Perhaps the first thing that obscures the potential is the motion control Arms is built around. After a generation in which waggle has been largely absent, there’s something retrograde about being asked to wave your hands in the air all over again, although Arms is more refined than the likes of Wii Sports – even if its motion control is slightly more intrusive than something like Splatoon’s gyro controls. With a Joy-Con in each hand, a small jab is translated into a spiralling punch in Arms.

BBC iPlayer discontinued on Wii U today

Wii U owners can no longer access BBC iPlayer.

The BBC’s streaming service has been discontinued “due to an end in the license agreement”, Nintendo UK’s states.

Nintendo fails to mention why the license has not been renewed, although the plug has been pulled less than six weeks from the launch o Switch on 3rd March.

Nintendo: Switch launch day “not be-all and end-all”

Nintendo of America boss Reggie Fils-Aime has defended by saying it was not the “be-all and the end-all” for the console.

More important than the system’s launch offering, Fils-Aime told , was a continuous pipeline of new games throughout the rest of the year – which Nintendo has revealed at least some of already.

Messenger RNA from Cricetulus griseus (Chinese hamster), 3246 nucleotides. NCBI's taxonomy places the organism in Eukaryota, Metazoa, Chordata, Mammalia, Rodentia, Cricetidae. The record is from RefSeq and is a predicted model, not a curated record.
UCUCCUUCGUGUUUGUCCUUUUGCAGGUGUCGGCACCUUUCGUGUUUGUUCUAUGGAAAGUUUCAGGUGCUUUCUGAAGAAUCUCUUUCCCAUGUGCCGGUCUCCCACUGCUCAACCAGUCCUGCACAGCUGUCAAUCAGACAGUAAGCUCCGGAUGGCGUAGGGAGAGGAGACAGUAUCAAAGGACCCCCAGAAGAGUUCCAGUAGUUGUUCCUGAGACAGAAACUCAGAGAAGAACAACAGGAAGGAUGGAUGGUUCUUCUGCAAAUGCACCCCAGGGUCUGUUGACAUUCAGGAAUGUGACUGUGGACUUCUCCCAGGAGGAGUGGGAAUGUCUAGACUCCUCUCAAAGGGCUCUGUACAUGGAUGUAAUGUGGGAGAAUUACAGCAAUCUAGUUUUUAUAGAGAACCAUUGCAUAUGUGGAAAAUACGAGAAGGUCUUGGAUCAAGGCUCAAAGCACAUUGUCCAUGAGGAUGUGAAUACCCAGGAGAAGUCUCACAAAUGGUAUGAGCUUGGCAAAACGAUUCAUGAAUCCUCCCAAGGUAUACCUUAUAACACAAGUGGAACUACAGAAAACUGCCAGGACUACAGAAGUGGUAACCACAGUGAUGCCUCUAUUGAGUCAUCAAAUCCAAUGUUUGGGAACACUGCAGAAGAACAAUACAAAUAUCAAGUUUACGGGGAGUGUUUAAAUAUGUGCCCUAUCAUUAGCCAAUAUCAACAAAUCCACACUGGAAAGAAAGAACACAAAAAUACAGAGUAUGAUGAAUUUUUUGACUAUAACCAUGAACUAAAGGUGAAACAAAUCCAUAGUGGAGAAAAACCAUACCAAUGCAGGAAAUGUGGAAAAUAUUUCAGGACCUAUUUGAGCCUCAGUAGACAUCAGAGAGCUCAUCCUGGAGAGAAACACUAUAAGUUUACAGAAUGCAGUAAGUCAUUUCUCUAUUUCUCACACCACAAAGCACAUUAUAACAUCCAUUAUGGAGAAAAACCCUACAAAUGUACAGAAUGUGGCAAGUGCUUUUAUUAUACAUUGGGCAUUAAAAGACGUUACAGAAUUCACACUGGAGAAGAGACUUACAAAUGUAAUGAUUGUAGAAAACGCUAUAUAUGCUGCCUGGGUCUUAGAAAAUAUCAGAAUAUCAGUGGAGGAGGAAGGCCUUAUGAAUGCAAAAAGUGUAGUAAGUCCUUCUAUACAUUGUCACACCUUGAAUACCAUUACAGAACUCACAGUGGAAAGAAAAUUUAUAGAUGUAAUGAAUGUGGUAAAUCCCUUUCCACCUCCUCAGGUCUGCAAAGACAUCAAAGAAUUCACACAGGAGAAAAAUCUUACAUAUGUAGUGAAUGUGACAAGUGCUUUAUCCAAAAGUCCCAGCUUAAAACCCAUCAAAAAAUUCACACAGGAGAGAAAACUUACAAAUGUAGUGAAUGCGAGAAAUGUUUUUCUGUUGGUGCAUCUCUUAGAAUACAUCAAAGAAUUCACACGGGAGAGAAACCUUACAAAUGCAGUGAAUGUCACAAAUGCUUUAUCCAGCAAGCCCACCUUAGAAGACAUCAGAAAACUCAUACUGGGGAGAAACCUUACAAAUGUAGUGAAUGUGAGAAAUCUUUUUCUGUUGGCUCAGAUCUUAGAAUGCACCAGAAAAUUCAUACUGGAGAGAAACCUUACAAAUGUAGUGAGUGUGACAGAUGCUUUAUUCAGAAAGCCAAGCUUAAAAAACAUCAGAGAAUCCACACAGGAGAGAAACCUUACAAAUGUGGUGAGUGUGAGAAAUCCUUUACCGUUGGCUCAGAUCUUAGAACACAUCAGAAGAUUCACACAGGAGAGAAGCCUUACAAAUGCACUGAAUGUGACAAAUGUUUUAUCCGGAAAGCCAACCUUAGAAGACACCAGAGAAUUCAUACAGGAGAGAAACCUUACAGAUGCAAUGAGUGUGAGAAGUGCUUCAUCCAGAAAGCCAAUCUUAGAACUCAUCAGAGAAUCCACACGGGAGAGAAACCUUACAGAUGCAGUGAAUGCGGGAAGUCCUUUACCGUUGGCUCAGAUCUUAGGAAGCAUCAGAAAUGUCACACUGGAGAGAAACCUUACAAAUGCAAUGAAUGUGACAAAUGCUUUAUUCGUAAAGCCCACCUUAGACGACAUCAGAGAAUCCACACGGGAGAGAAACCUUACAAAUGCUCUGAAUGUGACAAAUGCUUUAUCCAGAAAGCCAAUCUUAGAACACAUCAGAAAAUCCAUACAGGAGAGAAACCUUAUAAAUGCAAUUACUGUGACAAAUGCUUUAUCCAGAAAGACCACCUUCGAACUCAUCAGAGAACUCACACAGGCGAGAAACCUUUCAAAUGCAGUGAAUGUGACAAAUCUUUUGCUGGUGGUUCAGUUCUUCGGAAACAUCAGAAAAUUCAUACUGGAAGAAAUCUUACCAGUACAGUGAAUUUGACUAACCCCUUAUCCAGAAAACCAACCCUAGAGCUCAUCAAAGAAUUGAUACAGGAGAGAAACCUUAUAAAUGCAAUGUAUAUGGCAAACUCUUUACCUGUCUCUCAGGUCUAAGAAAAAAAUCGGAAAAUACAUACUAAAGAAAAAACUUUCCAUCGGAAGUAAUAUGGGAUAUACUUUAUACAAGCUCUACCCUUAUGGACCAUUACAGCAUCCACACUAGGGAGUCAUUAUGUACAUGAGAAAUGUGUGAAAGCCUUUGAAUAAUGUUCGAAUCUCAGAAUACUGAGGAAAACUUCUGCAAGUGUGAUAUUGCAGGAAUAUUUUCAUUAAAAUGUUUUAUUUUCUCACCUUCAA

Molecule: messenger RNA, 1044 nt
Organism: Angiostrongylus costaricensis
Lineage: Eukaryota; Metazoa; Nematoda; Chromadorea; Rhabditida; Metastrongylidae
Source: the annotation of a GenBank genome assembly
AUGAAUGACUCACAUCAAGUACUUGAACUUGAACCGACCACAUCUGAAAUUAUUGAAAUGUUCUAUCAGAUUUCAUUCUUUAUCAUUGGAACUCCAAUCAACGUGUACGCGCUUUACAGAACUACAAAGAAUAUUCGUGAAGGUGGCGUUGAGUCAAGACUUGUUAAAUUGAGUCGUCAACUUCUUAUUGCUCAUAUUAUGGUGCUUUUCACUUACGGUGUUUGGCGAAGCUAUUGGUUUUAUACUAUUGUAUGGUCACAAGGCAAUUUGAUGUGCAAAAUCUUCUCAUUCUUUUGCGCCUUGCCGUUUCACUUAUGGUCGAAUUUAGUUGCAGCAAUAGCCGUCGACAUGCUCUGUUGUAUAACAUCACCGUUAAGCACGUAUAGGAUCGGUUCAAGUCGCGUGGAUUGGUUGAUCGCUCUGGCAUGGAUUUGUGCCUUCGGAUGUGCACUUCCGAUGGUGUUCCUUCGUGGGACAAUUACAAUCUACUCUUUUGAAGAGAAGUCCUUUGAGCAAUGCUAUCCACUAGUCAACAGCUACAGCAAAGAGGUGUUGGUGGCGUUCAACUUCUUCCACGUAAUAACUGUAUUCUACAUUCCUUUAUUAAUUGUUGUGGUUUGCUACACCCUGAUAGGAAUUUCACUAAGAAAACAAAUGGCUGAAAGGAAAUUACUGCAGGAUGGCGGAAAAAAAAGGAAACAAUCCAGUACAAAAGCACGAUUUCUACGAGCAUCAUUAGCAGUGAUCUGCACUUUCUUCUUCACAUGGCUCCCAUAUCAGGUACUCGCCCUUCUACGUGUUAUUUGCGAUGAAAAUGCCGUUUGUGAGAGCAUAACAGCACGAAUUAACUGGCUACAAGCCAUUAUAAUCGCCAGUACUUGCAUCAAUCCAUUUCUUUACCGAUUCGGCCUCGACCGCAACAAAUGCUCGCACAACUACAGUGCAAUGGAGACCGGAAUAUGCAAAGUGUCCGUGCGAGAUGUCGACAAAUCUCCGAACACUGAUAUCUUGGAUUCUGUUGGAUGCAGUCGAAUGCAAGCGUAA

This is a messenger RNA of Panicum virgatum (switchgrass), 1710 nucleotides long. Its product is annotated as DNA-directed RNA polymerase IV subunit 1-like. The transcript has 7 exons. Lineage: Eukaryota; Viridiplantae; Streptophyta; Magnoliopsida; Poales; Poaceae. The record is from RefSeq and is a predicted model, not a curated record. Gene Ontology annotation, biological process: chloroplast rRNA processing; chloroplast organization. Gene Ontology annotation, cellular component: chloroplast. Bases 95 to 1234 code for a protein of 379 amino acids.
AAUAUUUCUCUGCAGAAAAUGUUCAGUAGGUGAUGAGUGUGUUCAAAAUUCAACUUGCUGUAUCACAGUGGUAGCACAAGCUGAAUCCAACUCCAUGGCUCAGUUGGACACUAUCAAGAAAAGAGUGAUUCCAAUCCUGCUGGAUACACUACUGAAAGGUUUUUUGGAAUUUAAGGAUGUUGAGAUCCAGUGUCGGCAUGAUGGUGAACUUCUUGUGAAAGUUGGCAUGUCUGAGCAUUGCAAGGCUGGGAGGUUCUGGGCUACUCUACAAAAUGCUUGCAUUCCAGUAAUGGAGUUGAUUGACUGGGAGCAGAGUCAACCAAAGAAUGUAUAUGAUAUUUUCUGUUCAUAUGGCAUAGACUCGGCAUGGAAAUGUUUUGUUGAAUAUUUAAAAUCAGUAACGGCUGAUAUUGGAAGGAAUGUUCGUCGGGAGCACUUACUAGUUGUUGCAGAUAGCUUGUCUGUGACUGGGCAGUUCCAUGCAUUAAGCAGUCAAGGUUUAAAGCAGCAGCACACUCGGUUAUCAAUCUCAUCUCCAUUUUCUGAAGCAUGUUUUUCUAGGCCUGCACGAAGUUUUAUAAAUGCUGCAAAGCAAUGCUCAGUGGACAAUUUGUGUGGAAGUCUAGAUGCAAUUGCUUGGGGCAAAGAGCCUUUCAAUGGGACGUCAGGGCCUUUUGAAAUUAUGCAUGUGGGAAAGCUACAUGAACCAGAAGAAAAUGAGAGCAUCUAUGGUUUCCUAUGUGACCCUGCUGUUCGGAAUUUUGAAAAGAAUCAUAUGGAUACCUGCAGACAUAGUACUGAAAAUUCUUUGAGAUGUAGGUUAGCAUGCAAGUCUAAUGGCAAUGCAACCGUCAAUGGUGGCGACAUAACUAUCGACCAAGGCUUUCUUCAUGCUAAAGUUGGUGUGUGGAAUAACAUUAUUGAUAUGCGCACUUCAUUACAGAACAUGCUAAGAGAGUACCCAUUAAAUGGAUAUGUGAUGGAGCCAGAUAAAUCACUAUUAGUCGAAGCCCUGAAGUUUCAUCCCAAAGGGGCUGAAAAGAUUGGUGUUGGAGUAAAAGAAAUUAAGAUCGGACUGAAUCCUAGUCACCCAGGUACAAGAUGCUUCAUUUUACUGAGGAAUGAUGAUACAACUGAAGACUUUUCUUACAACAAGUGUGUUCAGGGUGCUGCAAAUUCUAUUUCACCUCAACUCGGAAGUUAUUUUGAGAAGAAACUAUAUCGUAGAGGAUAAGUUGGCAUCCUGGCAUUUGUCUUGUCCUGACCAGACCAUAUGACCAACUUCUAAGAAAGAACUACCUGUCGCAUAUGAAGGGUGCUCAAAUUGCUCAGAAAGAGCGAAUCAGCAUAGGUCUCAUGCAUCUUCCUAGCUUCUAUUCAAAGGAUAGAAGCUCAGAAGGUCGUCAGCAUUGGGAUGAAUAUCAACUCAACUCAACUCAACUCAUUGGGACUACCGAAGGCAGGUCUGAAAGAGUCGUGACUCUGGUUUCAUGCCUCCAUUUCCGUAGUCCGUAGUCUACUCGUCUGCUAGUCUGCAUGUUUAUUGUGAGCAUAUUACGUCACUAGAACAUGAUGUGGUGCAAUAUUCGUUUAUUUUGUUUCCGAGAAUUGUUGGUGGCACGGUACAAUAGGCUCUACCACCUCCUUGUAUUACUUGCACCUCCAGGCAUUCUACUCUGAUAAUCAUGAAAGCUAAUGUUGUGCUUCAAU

3rd March brings Zelda: Breath of the Wild, 1-2 Switch, Super Bomberman R, Skylanders Imaginators and Just Dance 2017.

Intel Kaby Lake: Core i7 7700K review

What is the future of the x86 processor? , we’ve reached a crossroads in CPU technology. The Core i7 7700K is a magnificent piece of technology, but improvements over its predecessor are minimal and it’s safe to say that the real-life application of its enhancements are close to non-existent in gameplay scenarios. It’s the best top-tier gaming CPU on the market right now, but fundamentally, the existing Core i7 6700K is only fractionally less capable.

The Kaby Lake-based 7700K pushes Intel’s existing processor technology to its limits and adds a few minor, albeit welcome enhancements. The core architecture remains the same as the current Skylake line though, meaning that – clock for clock – performance is identical. Our tests show only margin of error differences, even in benchmarks designed to push processor performance to the edge. However, Kaby Lake features enhanced media functionality, including full hardware-based HEVC encode and decode, plus support for Google’s VP9 (which should result in smooth playback of our 4K YouTube content).

Additional PCI Express lanes are added to the processor, allowing for more high-bandwidth storage devices to be attached, while base-level Kaby Lake motherboards now support 2400MHz DDR4 – up from the base-level 2133MHz that Skylake shipped with. This addition has gone largely unnoticed but based on our tests, non-K Core i5 and Core i7 processors could see up to a five per cent uptick in performance in CPU-bound gaming scenarios, depending on the title.